Israel-Palestine: a book of the people

 
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By Khaled Diab

In Israel-Palestine, a peace without the people has left two peoples without peace. That is why I am writing a book about these most intimate of enemies.

People: the forgotten link. Photo: ©Khaled Diab

People: the forgotten link. Photo: ©Khaled Diab

Thursday 21 November 2013

Although the Israeli-Palestinian conflict has become overshadowed by the tumultuous upheavals gripping the Middle East, the US Secretary of State has created something of a stir with his stated determination to revive the defunct and dysfunctional peace process.

John Kerry even warned Israel that it faces the prospect of a third intifada, if it failed to forge a durable peace with the Palestinians. Presumably to avoid such an outcome, Washington reportedly plans to push through its own peace deal in January if an agreement is not reached before then.

Even if the uncharacteristically stern tone Kerry adopted with Israel’s intransigent government is sincere, I cannot help but think that the Secretary of State is flogging a dead horse.

As I’ve argued on numerous occasions before, the Oslo framework has been a spectacular failure. This is for a host of reasons, including the fact that Washington is not an honest and impartial broker, as well as poor political leadership on both sides, a reality which favours the status quo and the downward inertia this imposes.

The Oslo process has also been undermined by its quest for a “comprehensive peace” and to put in place a “permanent status”.  This raised unrealistic expectations. In a conflict this deeply entrenched and with the massive disparity in power, there can be no ultimate, one-time, all-or-nothing resolution. The best we can hope for is little pieces of peace, shards of shalom or slices of salam, as the two sides gradually navigate the minefield towards conciliation.

But possibly the most fatal flaw of Oslo has been its largely top-down, inside-out nature which sidelines and ignores the most vital ingredient in any truly lasting peace: the people. That is why I have repeatedly advocated a people’s peace process.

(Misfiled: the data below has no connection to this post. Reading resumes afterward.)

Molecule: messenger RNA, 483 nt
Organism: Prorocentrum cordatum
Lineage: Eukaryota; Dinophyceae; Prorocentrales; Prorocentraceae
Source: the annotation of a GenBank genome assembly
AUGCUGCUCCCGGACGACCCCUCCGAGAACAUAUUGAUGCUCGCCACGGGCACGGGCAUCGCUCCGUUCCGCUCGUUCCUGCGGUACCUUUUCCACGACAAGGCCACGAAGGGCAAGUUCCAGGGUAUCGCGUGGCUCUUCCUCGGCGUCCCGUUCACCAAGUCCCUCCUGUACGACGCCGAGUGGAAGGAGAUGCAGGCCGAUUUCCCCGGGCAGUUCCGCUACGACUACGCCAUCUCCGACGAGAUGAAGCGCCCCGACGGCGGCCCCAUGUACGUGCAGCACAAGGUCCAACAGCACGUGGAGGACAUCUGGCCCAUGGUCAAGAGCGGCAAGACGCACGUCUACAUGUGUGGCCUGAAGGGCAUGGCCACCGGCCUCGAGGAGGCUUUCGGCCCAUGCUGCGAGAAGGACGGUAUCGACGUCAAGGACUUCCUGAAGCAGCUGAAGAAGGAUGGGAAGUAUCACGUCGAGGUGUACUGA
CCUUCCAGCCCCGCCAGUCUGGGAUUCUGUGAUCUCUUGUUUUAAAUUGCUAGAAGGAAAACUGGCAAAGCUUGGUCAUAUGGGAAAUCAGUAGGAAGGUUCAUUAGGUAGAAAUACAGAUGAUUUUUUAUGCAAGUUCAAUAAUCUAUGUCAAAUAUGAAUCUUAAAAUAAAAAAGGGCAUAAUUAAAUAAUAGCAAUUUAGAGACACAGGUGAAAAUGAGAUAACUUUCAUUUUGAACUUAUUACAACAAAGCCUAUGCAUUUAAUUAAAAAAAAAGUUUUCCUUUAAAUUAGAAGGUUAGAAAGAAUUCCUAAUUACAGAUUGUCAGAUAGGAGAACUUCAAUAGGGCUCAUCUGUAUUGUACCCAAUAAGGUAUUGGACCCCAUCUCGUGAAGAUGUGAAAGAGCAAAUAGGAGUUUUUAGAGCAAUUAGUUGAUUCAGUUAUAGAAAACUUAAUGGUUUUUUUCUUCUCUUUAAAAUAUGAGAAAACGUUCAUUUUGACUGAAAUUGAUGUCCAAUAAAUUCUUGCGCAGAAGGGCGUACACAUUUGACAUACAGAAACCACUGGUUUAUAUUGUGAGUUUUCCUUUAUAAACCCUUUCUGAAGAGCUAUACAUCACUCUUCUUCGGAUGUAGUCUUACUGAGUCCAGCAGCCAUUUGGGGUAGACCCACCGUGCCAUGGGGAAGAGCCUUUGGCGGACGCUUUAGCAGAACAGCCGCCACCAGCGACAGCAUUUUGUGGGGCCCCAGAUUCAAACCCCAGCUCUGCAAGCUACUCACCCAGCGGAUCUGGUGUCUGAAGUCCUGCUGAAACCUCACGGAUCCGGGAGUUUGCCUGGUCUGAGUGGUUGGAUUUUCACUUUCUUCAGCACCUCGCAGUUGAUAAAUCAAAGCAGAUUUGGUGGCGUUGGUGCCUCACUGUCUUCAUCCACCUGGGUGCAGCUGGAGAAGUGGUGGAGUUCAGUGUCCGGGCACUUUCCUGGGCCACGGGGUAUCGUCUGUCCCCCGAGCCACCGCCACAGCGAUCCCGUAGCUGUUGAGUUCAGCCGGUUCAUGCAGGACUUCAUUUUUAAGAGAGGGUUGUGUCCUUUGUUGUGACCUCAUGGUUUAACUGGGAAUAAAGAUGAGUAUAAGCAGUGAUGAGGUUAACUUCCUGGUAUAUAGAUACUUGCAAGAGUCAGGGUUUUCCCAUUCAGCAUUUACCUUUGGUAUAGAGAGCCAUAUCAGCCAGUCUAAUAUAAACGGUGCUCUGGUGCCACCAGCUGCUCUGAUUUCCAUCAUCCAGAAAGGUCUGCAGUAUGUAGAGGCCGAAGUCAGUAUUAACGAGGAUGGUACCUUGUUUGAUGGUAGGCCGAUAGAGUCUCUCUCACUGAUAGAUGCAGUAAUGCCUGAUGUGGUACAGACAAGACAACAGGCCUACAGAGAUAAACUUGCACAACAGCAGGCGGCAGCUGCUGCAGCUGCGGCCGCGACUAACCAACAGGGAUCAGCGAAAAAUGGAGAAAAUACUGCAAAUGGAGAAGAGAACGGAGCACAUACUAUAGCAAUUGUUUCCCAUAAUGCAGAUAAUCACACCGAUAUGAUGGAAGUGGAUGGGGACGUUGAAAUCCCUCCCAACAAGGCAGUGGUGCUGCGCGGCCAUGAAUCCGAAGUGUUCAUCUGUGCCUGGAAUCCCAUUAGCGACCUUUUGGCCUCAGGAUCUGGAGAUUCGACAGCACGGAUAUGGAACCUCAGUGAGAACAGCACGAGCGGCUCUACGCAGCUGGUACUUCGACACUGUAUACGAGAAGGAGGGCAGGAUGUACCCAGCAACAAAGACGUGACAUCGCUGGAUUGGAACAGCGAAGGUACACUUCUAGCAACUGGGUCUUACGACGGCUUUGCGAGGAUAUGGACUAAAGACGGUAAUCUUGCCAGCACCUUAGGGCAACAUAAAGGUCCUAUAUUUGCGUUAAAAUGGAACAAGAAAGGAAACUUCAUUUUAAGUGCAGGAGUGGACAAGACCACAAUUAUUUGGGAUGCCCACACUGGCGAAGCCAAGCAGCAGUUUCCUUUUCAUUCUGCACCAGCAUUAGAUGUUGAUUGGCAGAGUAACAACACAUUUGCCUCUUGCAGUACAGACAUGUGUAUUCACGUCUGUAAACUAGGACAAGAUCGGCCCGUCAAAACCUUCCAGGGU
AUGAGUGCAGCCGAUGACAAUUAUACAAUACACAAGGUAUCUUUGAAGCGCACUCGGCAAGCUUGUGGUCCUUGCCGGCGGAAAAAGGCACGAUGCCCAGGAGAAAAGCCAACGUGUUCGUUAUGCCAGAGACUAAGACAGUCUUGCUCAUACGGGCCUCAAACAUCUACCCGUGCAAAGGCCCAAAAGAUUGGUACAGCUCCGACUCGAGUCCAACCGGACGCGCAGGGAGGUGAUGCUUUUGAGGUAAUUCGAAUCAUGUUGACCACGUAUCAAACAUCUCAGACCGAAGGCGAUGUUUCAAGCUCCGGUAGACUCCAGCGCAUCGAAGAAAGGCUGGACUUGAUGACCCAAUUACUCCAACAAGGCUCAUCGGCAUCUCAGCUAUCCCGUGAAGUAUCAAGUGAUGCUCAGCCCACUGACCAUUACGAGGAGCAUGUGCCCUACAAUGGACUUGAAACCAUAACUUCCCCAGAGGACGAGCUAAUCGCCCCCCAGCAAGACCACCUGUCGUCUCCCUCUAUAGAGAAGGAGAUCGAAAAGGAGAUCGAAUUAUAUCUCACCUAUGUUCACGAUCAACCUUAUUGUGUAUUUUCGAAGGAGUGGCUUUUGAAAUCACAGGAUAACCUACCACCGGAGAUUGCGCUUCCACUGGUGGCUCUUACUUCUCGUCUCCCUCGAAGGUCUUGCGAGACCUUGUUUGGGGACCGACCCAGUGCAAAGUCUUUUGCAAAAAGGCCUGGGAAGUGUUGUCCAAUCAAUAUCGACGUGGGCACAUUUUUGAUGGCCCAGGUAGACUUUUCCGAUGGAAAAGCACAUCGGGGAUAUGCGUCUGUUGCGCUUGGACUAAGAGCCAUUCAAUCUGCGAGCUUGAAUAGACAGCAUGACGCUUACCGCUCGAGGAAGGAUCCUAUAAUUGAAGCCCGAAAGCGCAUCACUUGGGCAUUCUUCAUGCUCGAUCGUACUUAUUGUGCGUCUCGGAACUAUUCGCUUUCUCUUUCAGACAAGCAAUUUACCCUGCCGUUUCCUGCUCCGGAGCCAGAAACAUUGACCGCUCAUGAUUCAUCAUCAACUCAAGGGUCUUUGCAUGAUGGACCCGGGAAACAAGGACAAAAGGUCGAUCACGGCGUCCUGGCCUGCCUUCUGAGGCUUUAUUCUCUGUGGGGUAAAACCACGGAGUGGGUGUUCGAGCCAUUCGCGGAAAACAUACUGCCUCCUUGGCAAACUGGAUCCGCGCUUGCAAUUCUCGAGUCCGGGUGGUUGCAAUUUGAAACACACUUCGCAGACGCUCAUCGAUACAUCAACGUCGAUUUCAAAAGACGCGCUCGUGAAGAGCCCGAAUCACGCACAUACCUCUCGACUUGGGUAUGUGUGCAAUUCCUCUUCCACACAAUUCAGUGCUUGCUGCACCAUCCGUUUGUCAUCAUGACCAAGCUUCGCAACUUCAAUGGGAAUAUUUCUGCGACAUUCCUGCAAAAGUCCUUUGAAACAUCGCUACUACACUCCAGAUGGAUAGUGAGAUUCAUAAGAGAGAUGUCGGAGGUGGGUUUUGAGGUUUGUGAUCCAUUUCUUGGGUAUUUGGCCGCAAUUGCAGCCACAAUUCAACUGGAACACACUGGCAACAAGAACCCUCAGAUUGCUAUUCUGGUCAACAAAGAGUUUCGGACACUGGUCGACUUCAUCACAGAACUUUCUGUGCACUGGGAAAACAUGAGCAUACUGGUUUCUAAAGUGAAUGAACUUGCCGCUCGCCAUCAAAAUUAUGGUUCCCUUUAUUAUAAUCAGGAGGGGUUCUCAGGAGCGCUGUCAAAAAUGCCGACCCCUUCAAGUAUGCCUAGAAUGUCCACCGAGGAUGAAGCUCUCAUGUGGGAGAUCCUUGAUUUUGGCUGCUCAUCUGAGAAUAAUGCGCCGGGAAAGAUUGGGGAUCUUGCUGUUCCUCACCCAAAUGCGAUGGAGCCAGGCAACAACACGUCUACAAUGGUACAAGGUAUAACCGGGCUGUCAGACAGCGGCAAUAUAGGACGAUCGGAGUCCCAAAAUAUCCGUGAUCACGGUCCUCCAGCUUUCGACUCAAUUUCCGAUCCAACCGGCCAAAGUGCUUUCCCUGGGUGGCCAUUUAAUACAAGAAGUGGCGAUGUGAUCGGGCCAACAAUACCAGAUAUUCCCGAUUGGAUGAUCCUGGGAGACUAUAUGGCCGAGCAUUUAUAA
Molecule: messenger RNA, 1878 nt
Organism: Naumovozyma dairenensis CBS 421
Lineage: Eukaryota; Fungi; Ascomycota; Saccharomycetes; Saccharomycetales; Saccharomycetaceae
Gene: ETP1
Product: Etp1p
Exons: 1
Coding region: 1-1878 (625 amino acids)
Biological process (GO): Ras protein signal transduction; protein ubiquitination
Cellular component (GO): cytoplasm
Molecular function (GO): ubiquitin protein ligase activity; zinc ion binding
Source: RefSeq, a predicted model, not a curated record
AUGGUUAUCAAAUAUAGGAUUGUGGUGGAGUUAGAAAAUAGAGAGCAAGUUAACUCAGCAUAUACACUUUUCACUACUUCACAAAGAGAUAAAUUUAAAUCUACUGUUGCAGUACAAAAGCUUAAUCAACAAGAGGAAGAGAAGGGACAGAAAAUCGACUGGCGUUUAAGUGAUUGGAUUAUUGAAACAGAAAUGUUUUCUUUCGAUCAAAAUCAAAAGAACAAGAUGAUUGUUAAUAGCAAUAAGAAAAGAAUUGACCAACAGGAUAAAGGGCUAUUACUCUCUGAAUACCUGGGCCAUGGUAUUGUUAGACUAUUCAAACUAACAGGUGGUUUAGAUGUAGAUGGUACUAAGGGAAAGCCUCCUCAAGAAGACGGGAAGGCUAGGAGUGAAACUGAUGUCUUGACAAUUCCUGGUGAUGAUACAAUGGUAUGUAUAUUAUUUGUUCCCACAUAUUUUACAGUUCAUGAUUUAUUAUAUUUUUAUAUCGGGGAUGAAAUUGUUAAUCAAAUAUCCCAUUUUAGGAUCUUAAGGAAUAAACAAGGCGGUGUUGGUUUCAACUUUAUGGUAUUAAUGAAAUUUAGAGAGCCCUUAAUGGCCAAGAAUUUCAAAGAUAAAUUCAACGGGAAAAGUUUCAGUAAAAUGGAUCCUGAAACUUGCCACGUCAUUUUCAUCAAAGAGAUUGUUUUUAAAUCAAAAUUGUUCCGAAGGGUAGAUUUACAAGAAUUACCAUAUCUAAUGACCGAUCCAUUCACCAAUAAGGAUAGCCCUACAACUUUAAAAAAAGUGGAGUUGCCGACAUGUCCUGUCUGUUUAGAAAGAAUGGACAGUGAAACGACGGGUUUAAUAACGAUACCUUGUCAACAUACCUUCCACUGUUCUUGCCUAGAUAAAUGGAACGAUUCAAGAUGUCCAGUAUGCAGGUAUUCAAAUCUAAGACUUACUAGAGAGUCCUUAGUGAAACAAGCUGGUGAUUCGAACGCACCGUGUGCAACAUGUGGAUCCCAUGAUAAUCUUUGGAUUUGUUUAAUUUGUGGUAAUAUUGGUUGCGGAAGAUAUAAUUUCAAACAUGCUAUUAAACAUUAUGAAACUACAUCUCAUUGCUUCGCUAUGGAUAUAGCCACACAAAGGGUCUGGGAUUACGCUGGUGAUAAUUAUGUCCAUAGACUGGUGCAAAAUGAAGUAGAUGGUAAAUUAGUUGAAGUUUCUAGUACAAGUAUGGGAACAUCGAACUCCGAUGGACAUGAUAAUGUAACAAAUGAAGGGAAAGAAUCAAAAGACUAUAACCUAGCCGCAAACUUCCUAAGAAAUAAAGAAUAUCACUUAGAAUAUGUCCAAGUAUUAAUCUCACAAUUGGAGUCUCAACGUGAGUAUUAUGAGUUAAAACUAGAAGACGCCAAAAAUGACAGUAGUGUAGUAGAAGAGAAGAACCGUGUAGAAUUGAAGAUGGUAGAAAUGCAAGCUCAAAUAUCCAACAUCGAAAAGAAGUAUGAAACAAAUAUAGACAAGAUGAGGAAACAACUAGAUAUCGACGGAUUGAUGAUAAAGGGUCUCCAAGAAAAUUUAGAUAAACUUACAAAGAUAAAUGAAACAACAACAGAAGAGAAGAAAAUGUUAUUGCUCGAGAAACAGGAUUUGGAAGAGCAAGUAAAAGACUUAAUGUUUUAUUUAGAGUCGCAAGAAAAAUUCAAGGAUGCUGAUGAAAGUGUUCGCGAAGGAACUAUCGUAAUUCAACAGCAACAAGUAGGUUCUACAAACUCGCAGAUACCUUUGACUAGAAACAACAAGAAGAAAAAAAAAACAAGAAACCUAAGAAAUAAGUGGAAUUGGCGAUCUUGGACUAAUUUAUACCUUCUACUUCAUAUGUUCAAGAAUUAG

For such a grassroots effort to work and to stand a chance of success requires a high degree of mutual understanding and a good dose of empathy. This conviction is what spurred me, as an Egyptian, to climb down from the ivory tower of the outside spectator and to engage directly with Palestinians and Israelis, despite the mainstream hostility towards such encounters in the Arab world and Israel alike.

Like only a handful of Egyptian journalists and writers before me (at least since the conflict began), I have embarked on a personal journey of discovery in the unholy mess of the Helly Land. I have visited Israel and Palestine, lived there for nearly two years and now have returned to live among the people again.

In my time here, I have encountered the good, the bad and the ugly. I have had many adventures and misadventures. Although as an Arab my instinctive sympathies are with the Palestinians, as a humanist, I have also nurtured empathy and sympathy for Israelis. To construct a proper understanding and a realistic picture, I have striven to challenge and push myself, not only questioning every aspect of the conflict, but also forcing myself to meet people from all walks of life, including those who are hostile to who I am and what I stand for, such as ideological settlers.

Along the way, I have made many good friends on both sides, and probably some enemies, though on the whole Palestinians are thrilled to have an Egyptian here, given the Hollywood-like appeal of Egypt in these parts, and Israelis, who are more hospitable than there hard exterior suggests, are flattered to find an Arab willing to learn more about them.